March 8, 2017
Part 1 – Mom
It was Saturday morning, and my four year old showed up next to my bed, poking me gently but insistently in the back. I flopped over to respond to him, first suppressing that momentary dread that always accompanies the sudden appearance of a small pale face several inches away from mine in the darkness.
After determining that it was in fact my son and not some child ghost come to murder me, I asked him what he needed.
“I think it’s a little bit morning,” he whispered loudly, holding up his pointer finger and thumb like he was measuring an inch-long bit of space.
I glanced at the clock. 5:45. I glanced back at him. He was nodding sagely, fingers still poised in front of his face.
I told him that yes, it was a little bit morning, but it was also more than a little bit not morning, and that really, morning doesn’t start at an exact time, so relative comparisons of morning-ness are not particularly to the point when it is early and still pitch dark on a Saturday.
He listened, he nodded, he got the “Mom’s sending me back to bed” gist. He went back to his room, but not back to sleep.
In his defense, the house was full of children because we’d had some friends of the boys’ over to spend the night, and one of those many children had just been up to use the restroom next to his room, the noise of which had probably stirred him from his slumber. Also, I’m sure he was eager to get the fun of the day going because, as children well know, the morning after a sleepover almost always ends earlier than desired by the sudden arrival of parents.
In any case, after he left I looked around at the deep and quiet and sleepy darkness of early morning, and wondered how that child could have looked around at the same deep and quiet and sleepy darkness and decided it was a good idea to get up.
Kids, I thought for the zillionth time, are crazy.
Part 2 – Boy
He awakes in utter darkness to the distinct sound of a door clicking shut, followed some moments later by a toilet flushing. Aha, he thinks, it is morning. One might suppose, due to the darkness, that it is night, but someone has used the bathroom and there can be no other explanation. It is morning!
But wait, he thinks, sometimes the urge to use the bathroom is irresistible, even at night, as I myself know. Maybe another occupant of this house found himself in such a situation and chose to use the restroom instead of making a mess of his bed.
He ponders this thought, weighing the likelihood of it. He’s uncertain.
At the very least, I should go look out the window. Perhaps it has become morning everywhere else in the house, and my room is slow catching up.
So out he walks, blankie in hand, past the quietly sleeping forms of his brothers and friends, observing that, if it is morning, the rest of the house is slow catching up too. He pads to the large windows in our living room that are never covered, even at night, and peers intently outside. Looking hard enough, he believes (correctly) that he can just make out a faint bit of grey over the roofs of the neighboring buildings.
Oh yes, he thinks, I recall how adults have discussed the eastward placement of these very windows, and how other adults have discussed the tendency of the sun to rise in the east. That grey over there, being a shade or two lighter than the darkness everywhere else, must in fact be heralding the imminent rising of the sun, ergo morning is coming soon.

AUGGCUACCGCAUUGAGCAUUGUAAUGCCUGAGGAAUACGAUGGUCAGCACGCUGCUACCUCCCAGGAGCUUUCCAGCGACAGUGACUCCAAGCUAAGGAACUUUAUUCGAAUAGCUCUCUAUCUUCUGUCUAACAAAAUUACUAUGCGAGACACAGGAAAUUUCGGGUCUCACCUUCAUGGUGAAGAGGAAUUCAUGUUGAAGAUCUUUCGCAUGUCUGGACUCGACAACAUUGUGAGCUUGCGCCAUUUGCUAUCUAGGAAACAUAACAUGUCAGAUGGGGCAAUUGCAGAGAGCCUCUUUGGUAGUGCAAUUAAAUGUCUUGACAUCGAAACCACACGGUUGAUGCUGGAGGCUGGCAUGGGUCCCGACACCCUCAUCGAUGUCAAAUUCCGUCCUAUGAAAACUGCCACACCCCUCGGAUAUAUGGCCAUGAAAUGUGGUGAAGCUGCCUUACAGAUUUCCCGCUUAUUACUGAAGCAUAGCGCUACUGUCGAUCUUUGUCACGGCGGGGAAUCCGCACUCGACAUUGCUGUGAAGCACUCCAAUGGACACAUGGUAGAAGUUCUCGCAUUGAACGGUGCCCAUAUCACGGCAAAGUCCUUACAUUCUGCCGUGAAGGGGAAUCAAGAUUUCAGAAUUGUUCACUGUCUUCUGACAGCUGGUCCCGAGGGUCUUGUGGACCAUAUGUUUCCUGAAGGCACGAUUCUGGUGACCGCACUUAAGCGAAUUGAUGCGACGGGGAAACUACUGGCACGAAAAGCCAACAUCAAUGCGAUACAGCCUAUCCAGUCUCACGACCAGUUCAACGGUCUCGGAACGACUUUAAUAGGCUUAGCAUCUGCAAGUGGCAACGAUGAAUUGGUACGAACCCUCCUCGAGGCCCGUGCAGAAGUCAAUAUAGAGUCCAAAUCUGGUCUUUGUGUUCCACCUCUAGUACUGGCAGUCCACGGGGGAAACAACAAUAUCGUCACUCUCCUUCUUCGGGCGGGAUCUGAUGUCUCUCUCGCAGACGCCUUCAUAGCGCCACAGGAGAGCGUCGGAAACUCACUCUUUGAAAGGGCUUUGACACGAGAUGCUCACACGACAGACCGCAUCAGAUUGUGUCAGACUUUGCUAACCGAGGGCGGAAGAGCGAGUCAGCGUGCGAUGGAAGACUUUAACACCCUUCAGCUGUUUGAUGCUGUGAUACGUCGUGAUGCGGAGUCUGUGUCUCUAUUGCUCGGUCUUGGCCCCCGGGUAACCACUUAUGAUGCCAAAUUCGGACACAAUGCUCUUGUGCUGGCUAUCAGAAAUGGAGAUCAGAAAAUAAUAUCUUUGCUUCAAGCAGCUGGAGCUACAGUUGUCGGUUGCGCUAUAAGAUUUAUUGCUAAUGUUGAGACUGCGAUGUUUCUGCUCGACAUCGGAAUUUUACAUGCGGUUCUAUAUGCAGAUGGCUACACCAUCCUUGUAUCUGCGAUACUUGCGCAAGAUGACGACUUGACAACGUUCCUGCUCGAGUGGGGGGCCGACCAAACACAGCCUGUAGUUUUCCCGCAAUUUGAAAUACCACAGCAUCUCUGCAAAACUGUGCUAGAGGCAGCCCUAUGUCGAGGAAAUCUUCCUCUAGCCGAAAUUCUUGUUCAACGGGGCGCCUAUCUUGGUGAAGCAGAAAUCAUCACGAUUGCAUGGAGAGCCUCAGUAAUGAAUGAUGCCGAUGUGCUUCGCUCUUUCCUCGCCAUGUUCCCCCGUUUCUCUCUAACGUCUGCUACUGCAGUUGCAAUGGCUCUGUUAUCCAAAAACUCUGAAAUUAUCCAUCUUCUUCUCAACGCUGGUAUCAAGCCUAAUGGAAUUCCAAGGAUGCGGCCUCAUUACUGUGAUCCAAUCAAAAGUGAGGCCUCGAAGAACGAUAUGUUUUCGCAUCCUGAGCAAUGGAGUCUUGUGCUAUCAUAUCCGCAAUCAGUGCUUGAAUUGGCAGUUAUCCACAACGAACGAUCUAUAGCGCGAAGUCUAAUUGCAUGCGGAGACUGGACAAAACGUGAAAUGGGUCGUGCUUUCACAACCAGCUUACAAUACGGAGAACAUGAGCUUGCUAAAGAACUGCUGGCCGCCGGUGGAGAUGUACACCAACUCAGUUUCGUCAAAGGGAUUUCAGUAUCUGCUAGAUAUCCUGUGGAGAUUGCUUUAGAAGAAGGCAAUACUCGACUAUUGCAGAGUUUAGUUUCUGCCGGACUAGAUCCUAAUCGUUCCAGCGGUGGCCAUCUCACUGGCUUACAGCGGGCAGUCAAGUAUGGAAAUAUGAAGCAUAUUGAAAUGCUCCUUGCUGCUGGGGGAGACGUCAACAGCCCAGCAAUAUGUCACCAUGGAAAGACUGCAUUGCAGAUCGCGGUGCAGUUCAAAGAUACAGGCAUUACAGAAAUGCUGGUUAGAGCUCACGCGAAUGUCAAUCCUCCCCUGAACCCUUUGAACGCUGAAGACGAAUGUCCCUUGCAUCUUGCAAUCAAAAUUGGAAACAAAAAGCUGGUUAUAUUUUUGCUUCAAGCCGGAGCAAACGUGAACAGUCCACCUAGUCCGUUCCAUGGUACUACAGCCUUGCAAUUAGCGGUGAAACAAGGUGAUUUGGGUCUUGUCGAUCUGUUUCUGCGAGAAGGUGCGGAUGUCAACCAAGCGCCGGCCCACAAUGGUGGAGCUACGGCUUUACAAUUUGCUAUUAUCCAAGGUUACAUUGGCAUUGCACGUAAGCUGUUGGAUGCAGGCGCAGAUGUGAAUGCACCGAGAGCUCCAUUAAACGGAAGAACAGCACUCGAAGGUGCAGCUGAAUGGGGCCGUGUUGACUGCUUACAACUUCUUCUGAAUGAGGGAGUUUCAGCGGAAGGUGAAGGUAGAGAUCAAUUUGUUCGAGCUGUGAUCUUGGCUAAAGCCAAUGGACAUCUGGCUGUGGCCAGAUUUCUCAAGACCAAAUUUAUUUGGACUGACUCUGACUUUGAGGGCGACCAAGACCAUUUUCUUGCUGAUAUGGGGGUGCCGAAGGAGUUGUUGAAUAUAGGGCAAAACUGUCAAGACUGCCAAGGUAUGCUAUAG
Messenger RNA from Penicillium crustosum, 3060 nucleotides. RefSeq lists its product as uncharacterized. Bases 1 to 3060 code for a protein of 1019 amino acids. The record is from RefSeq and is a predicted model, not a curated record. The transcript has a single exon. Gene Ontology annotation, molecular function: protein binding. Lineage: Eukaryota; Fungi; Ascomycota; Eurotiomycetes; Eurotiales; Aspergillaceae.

He thinks of the friends sleeping in our house. He thinks of Nerf gun battles yet to be had. He thinks of LEGOs and fire trucks and breakfast and basketball and cartoons. He stares at the faint bit of grey in the sky. He thinks of me, so reasonable and kind.
She probably wants me to wake her up, he thinks.
I’ll tell her it’s morning, he thinks, and then we can start the fun.
But wait, he thinks, it is not, in all honesty, truly morning yet.
He turns this thought around in his head. He stares at the grey bit of sky, and the grey bit of sky stares back at him. “I’m like morning,” the grey bit of sky seems to say. “I’m like a little morning. Big morning is on its way.”
So into my room he pads, blankie wrapped around him like a royal robe. It is VERY dark in here, he observes. Maybe she won’t notice.
He arrives at my bedside. He sees my deeply sleeping form, and hears my deeply sleeping breaths.
Yes, he thinks, she wants to be awake.
So he begins tapping my back. Tap tap tap. It takes longer than he expects for me to wake up. He wonders if maybe I’m playing a game, so he continues the tapping, delighted to have such a fun mother.
Suddenly he sees me roll over and stare blankly at him, wide-eyed and disoriented. He waits to see if I am going to thank him for waking me up, but in the absence of my spoken gratitude, he decides he’ll speak first.
“Mom,” he says, “I think it’s a little bit morning.”
This declaration is met with incoherent prattling about how it’s not really morning, and in the agitation of my voice he hears his defeat. Not only am I ungrateful for being awakened, I also seem annoyed that he himself is awake.
Being a generally obedient child, he nods and begins to pad back to his room, blankie now trailing sadly behind him. He gives a backwards glance over his shoulder to the little bit of morning outside, wondering where in his speech to me he went wrong. It was such a good little speech, he thinks. He returns to his room, where to his delight he finds his four-year old friend now awake as well.
“Friend!” he cries. “It’s a little bit morning!”
“It IS?!” his friend joyfully exclaims. And turning on the lamp to compensate for the light that almost-morning lacks, they pull out the toy box and begin to play, blankies settled like robes around their shoulders, both of them glad to be awake.